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Feature: The Golden Compass
We chat to producer Deborah Forte and production designer Dennis Gassner about the making of this adaptation of Philip Pullman’s novel
On a vast soundstage at Shepperton Studios, a young girl is standing amid a vast plain of green that is punctuated by rock, ice and snow. Her only companion is a stick on which rests the head of a bear; as the scene is acted out, the creature’s voice is played in, and actress Dakota Blue Richards interacts as if it were alive. When The Golden Compass will be finally released after months of editing and post-production, this sequence will look very different indeed: Lyra Belacqua will be in the frozen wastelands of the North, bidding farewell to the bear King Iorek (voiced by Nonso Anozie), a mighty creature rendered in CG.
Welcome to the world of The Golden Compass, a $150million production that New Line hopes will have the same kind of success as their Oscar-winning Lord of the Rings trilogy. Based on the first book (UK title: Northern Lights) in Philip Pullman’s His Dark Materials trilogy, the movie has a stellar cast that includes Daniel Craig, Nicole Kidman, Sam Elliott and Eva Green (Casino Royale), and is directed by Chris Weitz, whose credits include American Pie and About a Boy – here diversifying into a huge and expensive Fantasy adventure that’s brimming with action, effects and imagination.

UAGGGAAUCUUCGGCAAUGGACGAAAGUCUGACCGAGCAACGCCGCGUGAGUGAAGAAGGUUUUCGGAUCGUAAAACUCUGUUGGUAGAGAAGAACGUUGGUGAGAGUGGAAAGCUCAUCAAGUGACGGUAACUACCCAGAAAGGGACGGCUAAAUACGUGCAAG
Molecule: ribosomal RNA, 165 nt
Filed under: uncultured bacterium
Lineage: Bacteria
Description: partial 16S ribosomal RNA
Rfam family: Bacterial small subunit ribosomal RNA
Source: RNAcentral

Like Tolkien’s classic, this trilogy has many fans who will likely vent their frustrations if Weitz’s film doesn’t live up to their expectations. It’s fortunate then that among them is producer Deborah Forte, today keen to stress her own desire to do justice to Pullman’s words.
“This project for me started almost 11 years ago when I read the manuscript for Northern Lights,” she says. “I thought to myself, ‘This is an extraordinary writer’. It struck me that this material was singularly visual, emotional and cinematic and I called Philip about making a film. He said, ‘OK, I think it’s a good idea, even though films never get made from books that are optioned, let’s see what happens’.
“It took a very long time; it’s 10 years later now and it’s been a really interesting journey.”
Pullman’s story begins in Jordan College, Oxford, where parentless Lyra – who has been raised by the scholars – overhears a plot to assassinate her uncle Lord Asriel (Craig), a rich and powerful explorer. Lyra secretly warns him, then hides away to observe a meeting of the Cabinet Council, where Asriel reveals his findings from the frozen north: he has photographic evidence of a phenomenon known as Dust, which is drawn towards the bodies of adults, but not children. And he has an image of a city, suspended magically in the sky within the northern lights, which could prove there are worlds beyond this one.
“When Philip and I sat down to talk about the film 10 years ago we both said that our first pick for Mrs Coulter would be Nicole Kidman,” admits Forte. “Many years later, we do have Nicole Kidman, we have Daniel Craig, we have a fabulous cast who are authentic to their world and the material.”
This article first appeared in Starburst #355
Read the full interview and more from The Golden Compass in
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